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# Molecular shapes of \$S{{F}_{4}}\$, \$C{{F}_{4}}\$, \$Xe{{F}_{4}}\$ are(A) the same with 2, 0 and 1 lone pairs of electrons respectively(B) the same with 1,1 and 1 lone pairs of electrons respectively (C) different with 0, 1 and 2 lone pairs of electrons respectively(D) different with 1, 0 and 2 lone pairs of electrons respectively

Last updated date: 13th Jun 2024
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Hint: Valence shell electrons pair theory (VSEPR) suggests that the shape of the molecule depends on the total number of electron pairs in the valence shell of the central atom including bonding and lone pairs. Shapes of the molecules can be derived from hybridization and VSEPR theory.

Complete step by step solution:
Let us try to determine the shapes of the molecules given, i.e. \$S{{F}_{4}}\$, \$C{{F}_{4}}\$, \$Xe{{F}_{4}}\$.
-Shape of \$S{{F}_{4}}\$molecule
Ground state electronic configuration of S (Z=16): \$1{{s}^{2}}2{{s}^{2}}2{{p}^{6}}3{{s}^{2}}3p_{x}^{2}3p_{y}^{1}3p_{z}^{1}\$
One electron from the 3d – orbital moves into 3d orbitals so that four electrons can be made available for bonding.
Electronic configuration of S in excited state: \$1{{s}^{2}}2{{s}^{2}}2{{p}^{6}}3{{s}^{2}}3p_{x}^{1}3p_{y}^{1}3p_{z}^{1}3{{d}^{1}}\$
Five orbitals (one 3s+three 3p+one 3d) hybridize to give \$s{{p}^{3}}d\$ hybridization which results in the trigonal bipyramidal geometry. Four out of the five \$s{{p}^{3}}d\$ hybrid orbitals of S are used in bonding with four fluorine atoms whereas one hybrid orbital accommodates the lone pair of electrons.
As per VSEPR theory, S has 6 electrons in the valence shell. In\$S{{F}_{4}}\$, the total number of electrons on S will be (6+4) = 10. We know that one pair of electrons contains 2 electrons. Therefore, the total number of electron pairs will be 5.
\$S{{F}_{4}}\$ has 4 bonding pairs of electrons and one lone pair. Lone pair electrons repel the bond pair electrons. Thus, we can have two possible arrangements of the one pair, i.e.
-When the lone pair occupies the axial position.

-When the lone pair is occupying one of the three equatorial positions.

The most stable structure of \$S{{F}_{4}}\$ is the one where the lone more is present at the equatorial position because there the repulsion is between lone pair and two bond pairs which is less than the repulsion between three lone pairs and bond pair. \$S{{F}_{4}}\$ has a see-saw type shape.
-Shape of \$C{{F}_{4}}\$ molecule
Electronic configuration of C (Z = 6) in the ground state: \$1{{s}^{2}}2{{s}^{2}}2p_{x}^{1}2p_{y}^{1}\$
Electron configuration in the excited state: \$1{{s}^{2}}2{{s}^{1}}2p_{x}^{1}2p_{y}^{1}2p_{z}^{1}\$
Four orbitals (one 2s +three 2p) undergo hybridization to give four \$s{{p}^{3}}\$ hybrid orbitals. These orbitals contain four F atoms in the tetrahedral arrangement.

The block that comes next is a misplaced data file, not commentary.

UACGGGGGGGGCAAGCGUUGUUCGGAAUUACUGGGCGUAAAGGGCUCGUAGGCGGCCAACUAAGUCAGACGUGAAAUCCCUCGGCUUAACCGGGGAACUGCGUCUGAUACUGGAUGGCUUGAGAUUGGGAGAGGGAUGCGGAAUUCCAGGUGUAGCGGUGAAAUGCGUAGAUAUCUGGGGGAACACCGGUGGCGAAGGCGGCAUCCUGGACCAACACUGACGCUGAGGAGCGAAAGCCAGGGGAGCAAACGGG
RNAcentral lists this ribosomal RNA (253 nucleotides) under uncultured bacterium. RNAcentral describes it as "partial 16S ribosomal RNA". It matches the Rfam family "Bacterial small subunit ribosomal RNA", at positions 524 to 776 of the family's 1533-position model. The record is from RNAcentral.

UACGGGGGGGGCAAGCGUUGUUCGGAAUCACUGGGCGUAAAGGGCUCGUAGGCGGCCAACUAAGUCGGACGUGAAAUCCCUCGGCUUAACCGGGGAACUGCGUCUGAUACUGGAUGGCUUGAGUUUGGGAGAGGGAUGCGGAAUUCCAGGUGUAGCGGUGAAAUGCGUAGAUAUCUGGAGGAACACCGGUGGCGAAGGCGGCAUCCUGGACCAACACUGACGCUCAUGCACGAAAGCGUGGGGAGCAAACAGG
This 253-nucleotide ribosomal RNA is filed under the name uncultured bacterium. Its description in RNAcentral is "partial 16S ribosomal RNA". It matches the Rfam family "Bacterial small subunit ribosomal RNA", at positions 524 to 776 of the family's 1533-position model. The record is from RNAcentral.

Also, according to VSEPR theory, the four valence electrons on C are shared by four F atoms. These \$C-F\$ bond pairs repel each other and move apart from one another to attain the shape where the repulsion is the minimum. As a result, the shape obtained is tetrahedral.

-Shape of \$Xe{{F}_{4}}\$ molecule
Ground state electronic configuration of Xe (Z = 54): \$1{{s}^{2}}2{{s}^{2}}2{{p}^{6}}3{{s}^{2}}3{{p}^{6}}3{{d}^{10}}4{{s}^{2}}4{{p}^{6}}4{{d}^{10}}5{{s}^{2}}5{{p}^{6}}\$
Outer shell configuration of Xe is \$5{{s}^{2}}5{{p}^{6}}\$.
There are four bonds present in\$Xe{{F}_{4}}\$. So, 2 electrons from the 5p – orbitals move into 5d orbitals to make four electrons available for bonding.
Excited state electronic configuration of Xe: \$5{{s}^{2}}5{{p}^{4}}5{{d}^{2}}\$
Six orbitals (one 5s+three 5p+two 5d) hybridize to give \$s{{p}^{3}}{{d}^{2}}\$ hybridization. Four out of the six hybrid orbitals contain F atoms while the two orbitals are occupied by lone pairs. \$s{{p}^{3}}{{d}^{2}}\$ hybridization leads to octahedral geometry but since the two orbitals occupied by lone pairs, the shape of the molecule is square planar.
According to VSEPR theory, \$Xe{{F}_{4}}\$ has four F atoms. So, the total number of electrons on Xe is (8+4) =12.
Therefore, the total number of electrons pairs available is 6. Out of the six electron pairs, four are bond pairs and two are lone pairs.

Therefore, we can see that the molecular shape of \$S{{F}_{4}}\$, \$C{{F}_{4}}\$ and \$Xe{{F}_{4}}\$ are different with 1, 0 and 2 lone pairs of electrons.

Hence, the correct option is (D).

Note: Note that if the number of hybrid orbitals is more than the number of atoms or groups surrounding the central atom, i.e. if the total number of electron pairs around the central atom is more than bond pairs, then the shape of the molecule is considered leaving the hybrid orbitals containing lone pairs.